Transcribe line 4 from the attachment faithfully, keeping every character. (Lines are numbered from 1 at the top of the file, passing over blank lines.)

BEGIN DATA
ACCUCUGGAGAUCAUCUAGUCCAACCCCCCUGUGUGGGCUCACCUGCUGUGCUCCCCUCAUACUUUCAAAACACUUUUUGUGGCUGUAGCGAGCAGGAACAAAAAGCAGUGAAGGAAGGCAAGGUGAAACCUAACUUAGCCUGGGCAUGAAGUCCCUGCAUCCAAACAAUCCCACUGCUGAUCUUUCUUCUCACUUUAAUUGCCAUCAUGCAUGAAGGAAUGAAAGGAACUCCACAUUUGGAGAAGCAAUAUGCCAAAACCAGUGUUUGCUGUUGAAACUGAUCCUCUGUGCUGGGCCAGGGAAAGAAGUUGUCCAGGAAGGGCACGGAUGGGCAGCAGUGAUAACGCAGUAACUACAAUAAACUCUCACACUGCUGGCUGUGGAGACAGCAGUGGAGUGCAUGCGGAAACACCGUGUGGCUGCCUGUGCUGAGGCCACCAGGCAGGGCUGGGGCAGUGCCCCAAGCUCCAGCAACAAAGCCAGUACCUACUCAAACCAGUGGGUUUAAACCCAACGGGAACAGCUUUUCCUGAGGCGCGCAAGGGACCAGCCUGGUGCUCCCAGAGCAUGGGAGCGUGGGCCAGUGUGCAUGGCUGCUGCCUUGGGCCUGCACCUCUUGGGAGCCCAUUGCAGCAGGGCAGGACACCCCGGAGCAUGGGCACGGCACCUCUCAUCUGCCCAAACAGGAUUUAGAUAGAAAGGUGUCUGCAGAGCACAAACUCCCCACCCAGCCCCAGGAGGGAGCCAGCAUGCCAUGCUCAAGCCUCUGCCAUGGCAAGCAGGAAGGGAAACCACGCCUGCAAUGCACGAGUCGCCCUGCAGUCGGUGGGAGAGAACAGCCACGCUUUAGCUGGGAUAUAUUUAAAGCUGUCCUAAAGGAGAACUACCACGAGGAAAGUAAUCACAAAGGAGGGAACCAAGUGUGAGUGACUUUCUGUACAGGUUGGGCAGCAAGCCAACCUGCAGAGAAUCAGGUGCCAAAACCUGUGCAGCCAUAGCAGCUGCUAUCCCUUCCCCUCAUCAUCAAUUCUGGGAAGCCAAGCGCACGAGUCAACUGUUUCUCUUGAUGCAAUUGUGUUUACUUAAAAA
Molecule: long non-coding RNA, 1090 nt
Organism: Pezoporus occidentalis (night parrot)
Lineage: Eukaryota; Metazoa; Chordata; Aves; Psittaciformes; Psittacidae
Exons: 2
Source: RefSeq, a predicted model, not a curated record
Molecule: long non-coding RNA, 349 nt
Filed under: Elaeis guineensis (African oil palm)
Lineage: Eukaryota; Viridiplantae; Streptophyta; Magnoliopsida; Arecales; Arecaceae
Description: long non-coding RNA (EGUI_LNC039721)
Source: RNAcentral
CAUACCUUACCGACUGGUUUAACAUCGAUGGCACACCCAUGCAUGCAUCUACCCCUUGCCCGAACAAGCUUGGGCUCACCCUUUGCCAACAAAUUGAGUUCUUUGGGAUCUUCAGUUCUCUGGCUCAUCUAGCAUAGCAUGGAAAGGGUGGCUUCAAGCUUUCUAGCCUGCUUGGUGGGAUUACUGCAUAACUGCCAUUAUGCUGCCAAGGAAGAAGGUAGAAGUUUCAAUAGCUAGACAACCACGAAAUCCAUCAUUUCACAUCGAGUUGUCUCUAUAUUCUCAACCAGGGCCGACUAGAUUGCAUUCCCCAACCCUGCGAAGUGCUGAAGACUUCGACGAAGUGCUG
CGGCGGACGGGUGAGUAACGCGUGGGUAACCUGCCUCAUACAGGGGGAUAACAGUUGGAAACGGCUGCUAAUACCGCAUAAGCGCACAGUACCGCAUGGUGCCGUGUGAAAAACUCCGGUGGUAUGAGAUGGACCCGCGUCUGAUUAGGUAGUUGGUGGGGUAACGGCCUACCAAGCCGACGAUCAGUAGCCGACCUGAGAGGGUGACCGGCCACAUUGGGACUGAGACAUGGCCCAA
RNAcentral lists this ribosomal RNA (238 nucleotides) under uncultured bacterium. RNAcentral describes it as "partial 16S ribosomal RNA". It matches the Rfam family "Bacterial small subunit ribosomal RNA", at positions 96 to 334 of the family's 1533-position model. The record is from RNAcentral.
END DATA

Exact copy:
Lineage: Eukaryota; Metazoa; Chordata; Aves; Psittaciformes; Psittacidae